In other words that’s nice talk for an open plan to displace the hobbyist in favor of paraprofessional mock amateur radio operations, under a unilateral implementation of their idea of greater good.
What a load of rubbish — what a disservice to their fellow radio amateurs and the history that brought this hobby to this point.
It was not some paraprofessional subgroup that our country look to in each of the world wars for radioman in the military, it was not some paraprofessional specialized team in specialized DF bunkers on the coasts that are Coast Guard and Navy have looked to to assist over the years, nor has it been some select paraprofessional group that are various military services have looked to for civilian support for their radio amateur communication efforts.
Of course they will speak of the needs in a true emergency, that sort of emergency where every one of us would be willing to help. But to limit response to paraprofessionals many of us, despite having all the technical and accreditation qualifications, we’ll find ourselves less able to help.
And of course when undertaking a drill there is no legal claim to “true emergency” and their claim to priority becomes hogwash.
Many of you have seen some of these paraprofessionals, once a year drill warriors whose brand-new pristine radios and manuals have suffered more wear from storage than from use, usually a mixture of retirees, the medically retired, and the perennial unemployed, along with a spattering of a few good souls. These drill warriors are the sorts who seldom actually hear on the radio, and if you do it is likely to be just one mode or perhaps even only on one repeater.
Luckily there are exceptions, the fellows who have full station capability and are on all the time, but in many groups they are expected to carry a heavy load being not only the only seasoned operators, but among the few technically orientated who can say quote “I have done that” when asked for solutions.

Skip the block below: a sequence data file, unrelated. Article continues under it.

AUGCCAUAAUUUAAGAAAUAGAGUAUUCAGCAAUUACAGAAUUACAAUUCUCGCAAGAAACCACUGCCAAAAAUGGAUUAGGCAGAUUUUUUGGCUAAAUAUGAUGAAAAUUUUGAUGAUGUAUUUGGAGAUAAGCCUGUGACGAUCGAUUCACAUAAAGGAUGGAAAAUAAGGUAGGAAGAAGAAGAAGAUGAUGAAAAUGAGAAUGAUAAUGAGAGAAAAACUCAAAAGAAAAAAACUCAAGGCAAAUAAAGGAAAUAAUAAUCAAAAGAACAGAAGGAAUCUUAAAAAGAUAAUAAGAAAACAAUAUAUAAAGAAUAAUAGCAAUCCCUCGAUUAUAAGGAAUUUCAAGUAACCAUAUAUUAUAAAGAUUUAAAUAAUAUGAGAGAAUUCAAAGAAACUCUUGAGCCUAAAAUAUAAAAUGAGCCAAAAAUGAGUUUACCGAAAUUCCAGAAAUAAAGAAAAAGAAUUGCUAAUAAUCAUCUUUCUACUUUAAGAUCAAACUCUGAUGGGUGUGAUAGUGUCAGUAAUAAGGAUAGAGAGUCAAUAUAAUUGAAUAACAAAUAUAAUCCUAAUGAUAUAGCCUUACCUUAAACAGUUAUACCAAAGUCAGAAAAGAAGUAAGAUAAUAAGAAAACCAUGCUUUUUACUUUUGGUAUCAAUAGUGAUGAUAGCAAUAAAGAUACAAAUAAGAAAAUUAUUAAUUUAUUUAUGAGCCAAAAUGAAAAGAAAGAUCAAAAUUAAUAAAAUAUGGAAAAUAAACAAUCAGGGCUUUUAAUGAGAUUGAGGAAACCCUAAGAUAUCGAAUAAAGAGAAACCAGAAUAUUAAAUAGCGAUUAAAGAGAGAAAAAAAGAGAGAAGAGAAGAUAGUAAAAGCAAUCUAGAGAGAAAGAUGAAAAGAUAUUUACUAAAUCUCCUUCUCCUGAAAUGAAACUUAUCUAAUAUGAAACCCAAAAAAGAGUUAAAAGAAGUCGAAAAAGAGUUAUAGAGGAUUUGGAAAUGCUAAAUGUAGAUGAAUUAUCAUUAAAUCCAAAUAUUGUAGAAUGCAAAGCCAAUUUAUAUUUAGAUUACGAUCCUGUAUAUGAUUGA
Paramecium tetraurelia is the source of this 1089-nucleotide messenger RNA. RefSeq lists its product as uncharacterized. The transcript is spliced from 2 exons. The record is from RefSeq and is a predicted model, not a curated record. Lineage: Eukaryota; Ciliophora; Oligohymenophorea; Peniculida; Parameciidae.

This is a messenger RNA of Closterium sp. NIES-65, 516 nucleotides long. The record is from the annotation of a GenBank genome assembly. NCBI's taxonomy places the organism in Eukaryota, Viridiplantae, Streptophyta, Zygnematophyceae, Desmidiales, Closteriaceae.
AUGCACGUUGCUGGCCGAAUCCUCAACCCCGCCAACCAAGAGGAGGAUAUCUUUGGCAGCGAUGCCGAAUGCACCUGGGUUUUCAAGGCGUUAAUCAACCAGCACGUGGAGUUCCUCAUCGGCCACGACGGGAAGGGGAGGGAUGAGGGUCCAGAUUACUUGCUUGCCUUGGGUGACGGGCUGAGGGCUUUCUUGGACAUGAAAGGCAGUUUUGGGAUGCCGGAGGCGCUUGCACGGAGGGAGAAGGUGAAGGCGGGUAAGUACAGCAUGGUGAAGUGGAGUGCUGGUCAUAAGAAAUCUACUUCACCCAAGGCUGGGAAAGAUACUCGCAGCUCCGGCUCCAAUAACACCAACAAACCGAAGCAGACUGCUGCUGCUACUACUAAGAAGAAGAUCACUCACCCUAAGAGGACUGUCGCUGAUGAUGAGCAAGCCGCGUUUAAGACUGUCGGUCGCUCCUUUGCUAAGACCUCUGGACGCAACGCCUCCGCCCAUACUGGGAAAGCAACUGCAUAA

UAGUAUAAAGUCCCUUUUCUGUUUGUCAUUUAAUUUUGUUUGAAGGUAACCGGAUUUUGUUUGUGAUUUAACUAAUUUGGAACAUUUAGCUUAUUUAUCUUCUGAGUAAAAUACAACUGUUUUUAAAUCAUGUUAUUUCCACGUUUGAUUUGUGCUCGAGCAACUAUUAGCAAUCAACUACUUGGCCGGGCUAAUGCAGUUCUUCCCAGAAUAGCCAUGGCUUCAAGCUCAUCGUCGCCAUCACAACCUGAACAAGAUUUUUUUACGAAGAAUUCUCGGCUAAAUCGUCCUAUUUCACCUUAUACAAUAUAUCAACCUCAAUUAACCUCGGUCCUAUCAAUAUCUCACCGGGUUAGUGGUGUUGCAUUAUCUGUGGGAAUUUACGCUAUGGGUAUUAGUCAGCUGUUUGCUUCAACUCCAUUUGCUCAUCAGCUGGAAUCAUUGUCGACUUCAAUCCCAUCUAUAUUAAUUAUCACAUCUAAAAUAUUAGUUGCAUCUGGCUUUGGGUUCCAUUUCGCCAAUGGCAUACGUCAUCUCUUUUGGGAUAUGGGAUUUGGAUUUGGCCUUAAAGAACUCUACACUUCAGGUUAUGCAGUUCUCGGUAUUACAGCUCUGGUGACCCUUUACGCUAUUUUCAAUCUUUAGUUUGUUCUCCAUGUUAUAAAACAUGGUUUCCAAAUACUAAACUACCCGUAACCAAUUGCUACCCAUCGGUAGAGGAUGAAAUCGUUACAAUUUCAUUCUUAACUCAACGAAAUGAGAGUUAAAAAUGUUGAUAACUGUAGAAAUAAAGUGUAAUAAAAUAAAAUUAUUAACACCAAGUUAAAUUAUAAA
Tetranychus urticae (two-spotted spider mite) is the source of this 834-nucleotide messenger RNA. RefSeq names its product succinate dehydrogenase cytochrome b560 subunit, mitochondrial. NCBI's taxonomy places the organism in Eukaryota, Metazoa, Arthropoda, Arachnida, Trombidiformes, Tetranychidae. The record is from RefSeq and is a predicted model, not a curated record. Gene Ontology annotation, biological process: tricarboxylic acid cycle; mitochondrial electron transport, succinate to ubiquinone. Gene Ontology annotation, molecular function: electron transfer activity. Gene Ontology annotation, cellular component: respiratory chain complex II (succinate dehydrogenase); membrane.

What does it mean for the rest of us? If one does not want to become a paraprofessional, nor wants to compromise existing commitments to family or to other organizations to become a dual hat wearing person, or simply has greater responsibilities, what do we do?
Some time ago the concept of Freecom was launched quietly among the amateur radio community.
This is a simple idea of being fully capable of emergency operations, of handling traffic, and having a calling to a higher level of love of country, freedom, and the Constitution.
It is an ideal that incorporates the traditional traffic handling with the emergent awareness that without our freedom, our inalienable rights, and are deference to the Constitution we are lost.
It has been proposed back in oath, like the oath the military and police oath takers affirm, dictation mode would become a major component of this new amateur radio initiative.
Actually it is a very old amateur radio initiative that is made new only in contrast of the darker side of the amateur — paraprofessional.
If one reads amateur radio books from the 20s 30s 50s and 60s you will find a self sufficient radio amateur portrayed in a way that has not remained fashionable. Technology has brought us to the point where we have radio amateurs who are “appliance operators” and have neither in the interest nor in many cases the ability to move beyond.
Our historic self-sufficient radio amateur built what they couldn’t buy, pioneered what has not yet been invented, talk themselves what had not yet made it to university lectures, and many as a result became not only pioneers and leaders in amateur radio but also became historic businessman and inventors of the wide renown.
It is not that we are completely lacking of the spirit today, but rather that it has been subverted by the enslavement to a served agency dictate of emergency communications.
There is a new Yahoo group covering Freecom and I intend to cover it further here. I will be adding a tab at the top of the page for Freecom as a shortcut to posts concerning a self-sufficient perspective of the radio amateur.